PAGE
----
Aug. 14, 2000
Firestone Should Immediately Expand Tire Recall to Protect Public
Statement of Public Citizen President Joan Claybrook
Today, Public Citizen and Safety.com are calling on Firestone to immediately expand the recall of its ATX, ATXII and Wilderness tires. Currently, the company has recalled only the 15-inch ATX and ATXII tires in addition to the 15-inch Wilderness AT tires from its Decatur, Ill., plant. We will share evidence with you today that demonstrates the need for a much wider recall.
Specifically, the additional tires that should be recalled are the 15-inch Wilderness AT tires from the three other Firestone plants and all 16-inch tires.
The public can afford no further delay in getting these tires off the highway. At least 48 people are already dead in crashes linked to Firestone tires. There is ample evidence to show that vehicles owners with these other, non-recalled tires may be at substantial risk.
Despite the massive public concern and the obvious danger to owners of these tires, there are many questions that neither Ford nor Firestone have answered:
For example, why were l6-inch tires recalled in some foreign countries but not in the U.S.?
Were any of the Wilderness tires recalled abroad manufactured in plants other than Decatur?
How many lawsuits have been filed concerning the l6-inch tires or Wilderness tires manufactured in plants other than Decatur?
The claims data revealed over the weekend cover only personal injury or property damage, but not all tire failures. How many tire failures have been reported to Firestone or Ford?
How can Wilderness tire data be compared to ATX and ATX II data since the Wilderness was first manufactured in 1995 and the failures usually occur after significant usage?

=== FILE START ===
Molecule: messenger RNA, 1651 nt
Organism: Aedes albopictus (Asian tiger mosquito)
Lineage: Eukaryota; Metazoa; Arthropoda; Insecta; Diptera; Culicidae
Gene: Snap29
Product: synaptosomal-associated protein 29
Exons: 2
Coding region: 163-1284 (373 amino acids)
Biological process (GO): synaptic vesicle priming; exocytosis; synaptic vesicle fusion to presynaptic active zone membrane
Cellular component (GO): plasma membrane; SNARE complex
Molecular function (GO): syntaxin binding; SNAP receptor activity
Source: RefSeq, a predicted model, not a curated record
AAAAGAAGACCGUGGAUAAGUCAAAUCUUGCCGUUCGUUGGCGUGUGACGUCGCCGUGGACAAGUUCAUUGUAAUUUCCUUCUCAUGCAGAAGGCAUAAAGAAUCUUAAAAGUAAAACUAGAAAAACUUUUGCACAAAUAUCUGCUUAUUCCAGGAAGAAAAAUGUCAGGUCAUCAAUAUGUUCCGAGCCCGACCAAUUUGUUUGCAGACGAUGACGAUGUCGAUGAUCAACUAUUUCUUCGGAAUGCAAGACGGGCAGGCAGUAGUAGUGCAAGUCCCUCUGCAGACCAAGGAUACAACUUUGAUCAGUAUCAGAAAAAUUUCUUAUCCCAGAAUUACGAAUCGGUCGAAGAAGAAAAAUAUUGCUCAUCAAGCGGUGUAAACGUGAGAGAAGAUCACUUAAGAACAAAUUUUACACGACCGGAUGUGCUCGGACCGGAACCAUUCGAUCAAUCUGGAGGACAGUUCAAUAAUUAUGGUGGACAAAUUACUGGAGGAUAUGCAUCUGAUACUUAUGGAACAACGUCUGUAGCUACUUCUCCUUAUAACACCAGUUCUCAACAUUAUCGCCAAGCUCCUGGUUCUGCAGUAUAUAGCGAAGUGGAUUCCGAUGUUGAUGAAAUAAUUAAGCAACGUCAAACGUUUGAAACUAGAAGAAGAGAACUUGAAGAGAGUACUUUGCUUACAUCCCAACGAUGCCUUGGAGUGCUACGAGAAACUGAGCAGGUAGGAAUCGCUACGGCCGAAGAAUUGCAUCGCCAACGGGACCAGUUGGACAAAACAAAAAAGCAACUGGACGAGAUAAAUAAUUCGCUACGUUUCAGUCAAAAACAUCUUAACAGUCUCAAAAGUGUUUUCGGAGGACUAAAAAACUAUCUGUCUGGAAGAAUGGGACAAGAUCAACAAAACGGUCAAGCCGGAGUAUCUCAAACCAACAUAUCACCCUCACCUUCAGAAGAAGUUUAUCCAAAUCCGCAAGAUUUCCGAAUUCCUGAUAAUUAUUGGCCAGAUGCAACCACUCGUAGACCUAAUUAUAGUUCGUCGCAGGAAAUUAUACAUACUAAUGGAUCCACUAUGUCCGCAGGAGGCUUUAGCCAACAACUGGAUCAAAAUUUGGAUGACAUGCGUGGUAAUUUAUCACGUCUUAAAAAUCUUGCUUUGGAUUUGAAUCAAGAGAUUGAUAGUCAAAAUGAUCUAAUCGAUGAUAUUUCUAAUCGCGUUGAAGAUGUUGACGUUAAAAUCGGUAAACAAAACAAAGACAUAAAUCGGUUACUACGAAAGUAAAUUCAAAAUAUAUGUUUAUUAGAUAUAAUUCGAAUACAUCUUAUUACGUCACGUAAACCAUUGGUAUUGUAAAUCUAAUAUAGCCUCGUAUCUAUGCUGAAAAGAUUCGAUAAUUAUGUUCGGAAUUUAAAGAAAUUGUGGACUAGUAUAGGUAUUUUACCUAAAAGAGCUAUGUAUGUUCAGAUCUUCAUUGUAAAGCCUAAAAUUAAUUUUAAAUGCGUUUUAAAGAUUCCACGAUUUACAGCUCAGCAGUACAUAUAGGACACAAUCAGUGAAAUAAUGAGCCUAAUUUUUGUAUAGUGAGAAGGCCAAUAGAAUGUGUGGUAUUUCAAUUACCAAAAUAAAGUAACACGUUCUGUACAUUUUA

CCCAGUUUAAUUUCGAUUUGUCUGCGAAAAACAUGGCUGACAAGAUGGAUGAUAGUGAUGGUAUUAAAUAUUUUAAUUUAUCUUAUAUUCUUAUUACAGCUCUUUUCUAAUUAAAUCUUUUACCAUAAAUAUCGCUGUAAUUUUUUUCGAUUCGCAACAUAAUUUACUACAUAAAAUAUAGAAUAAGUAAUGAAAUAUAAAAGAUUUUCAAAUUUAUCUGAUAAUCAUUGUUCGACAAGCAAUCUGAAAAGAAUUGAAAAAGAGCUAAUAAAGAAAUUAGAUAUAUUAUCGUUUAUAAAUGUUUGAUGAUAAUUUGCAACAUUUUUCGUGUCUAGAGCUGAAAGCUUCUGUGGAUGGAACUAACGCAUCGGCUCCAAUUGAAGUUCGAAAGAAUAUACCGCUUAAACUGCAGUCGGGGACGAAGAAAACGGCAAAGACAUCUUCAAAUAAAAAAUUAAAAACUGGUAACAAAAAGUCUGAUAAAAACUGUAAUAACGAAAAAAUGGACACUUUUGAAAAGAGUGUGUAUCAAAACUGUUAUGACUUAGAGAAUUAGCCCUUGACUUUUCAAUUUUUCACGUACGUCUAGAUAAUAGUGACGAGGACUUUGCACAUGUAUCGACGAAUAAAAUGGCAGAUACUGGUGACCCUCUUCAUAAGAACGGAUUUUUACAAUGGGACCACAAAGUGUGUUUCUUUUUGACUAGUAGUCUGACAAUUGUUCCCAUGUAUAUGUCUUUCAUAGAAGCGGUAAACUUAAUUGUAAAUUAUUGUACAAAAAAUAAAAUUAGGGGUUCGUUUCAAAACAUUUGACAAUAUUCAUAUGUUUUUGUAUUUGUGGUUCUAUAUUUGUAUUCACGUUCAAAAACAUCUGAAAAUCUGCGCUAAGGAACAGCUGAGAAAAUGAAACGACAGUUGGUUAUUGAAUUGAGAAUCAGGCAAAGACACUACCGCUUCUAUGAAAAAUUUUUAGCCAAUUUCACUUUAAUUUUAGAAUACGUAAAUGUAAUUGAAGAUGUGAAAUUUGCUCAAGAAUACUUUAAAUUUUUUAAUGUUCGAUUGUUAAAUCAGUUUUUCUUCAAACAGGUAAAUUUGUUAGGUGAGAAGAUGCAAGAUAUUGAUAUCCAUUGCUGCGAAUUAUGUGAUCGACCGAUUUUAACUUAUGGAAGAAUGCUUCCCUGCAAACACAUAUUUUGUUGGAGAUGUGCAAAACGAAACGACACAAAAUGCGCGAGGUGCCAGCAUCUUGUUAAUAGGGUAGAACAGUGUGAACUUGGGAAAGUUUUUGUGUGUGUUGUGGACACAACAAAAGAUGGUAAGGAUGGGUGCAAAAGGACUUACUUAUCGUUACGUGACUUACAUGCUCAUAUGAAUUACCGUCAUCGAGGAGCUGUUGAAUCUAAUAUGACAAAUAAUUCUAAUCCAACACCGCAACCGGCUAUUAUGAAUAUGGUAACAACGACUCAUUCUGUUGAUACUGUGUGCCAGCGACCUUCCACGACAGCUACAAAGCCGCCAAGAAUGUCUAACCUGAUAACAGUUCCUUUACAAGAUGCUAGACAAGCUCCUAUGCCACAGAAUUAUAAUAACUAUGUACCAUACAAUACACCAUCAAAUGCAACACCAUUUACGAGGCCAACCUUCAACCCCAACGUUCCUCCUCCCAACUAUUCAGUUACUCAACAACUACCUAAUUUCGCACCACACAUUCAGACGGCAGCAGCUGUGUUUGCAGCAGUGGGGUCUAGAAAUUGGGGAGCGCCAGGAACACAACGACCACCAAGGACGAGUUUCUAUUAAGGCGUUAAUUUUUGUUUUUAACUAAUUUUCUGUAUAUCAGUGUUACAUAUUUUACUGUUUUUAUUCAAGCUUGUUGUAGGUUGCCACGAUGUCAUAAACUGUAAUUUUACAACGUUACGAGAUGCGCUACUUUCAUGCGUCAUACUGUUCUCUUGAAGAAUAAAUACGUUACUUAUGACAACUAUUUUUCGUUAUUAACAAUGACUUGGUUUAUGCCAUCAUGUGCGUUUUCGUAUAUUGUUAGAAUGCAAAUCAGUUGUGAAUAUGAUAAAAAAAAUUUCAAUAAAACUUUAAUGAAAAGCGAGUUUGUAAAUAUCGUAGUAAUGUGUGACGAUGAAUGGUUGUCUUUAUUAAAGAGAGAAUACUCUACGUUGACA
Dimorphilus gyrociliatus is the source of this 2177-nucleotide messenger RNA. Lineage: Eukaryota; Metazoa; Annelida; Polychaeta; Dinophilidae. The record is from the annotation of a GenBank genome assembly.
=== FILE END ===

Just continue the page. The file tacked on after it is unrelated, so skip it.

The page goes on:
What other tires were manufactured at the Decatur plant and why are they not also defective?
Why has Firestone requested confidentiality for some of the data it has submitted to the National Highway Traffic Safety Administration (NHTSA) and the Department of Transportation?
Why have Firestone and Ford insisted on gag orders in settled lawsuits, covering up all the information in the cases?
The key issue in this recall, which Ford and Firestone have so far tried to keep hidden from the public, is that the tire problem is a design defect — not a defect caused by poor manufacturing practices, worker unrest or hot climates. Rather than continue to obfuscate, Firestone and Ford should bite the bullet and think about saving lives, not their profits.
Another critical question is why NHTSA didn t know about this problem much earlier. The answer in part is the lack of a proactive program to identify defects other than passively through consumer complaints, and the lack of power to levy strong enough financial penalties to make sure manufacturers comply with the law.
In the past NHTSA had a nationwide network of repair shops to report possible defects. It urged attorneys who worked on defect cases to report information. It communicated with fleet owners about problems. It tried to find out about defects before lives were lost unnecessarily. These programs are not in place today.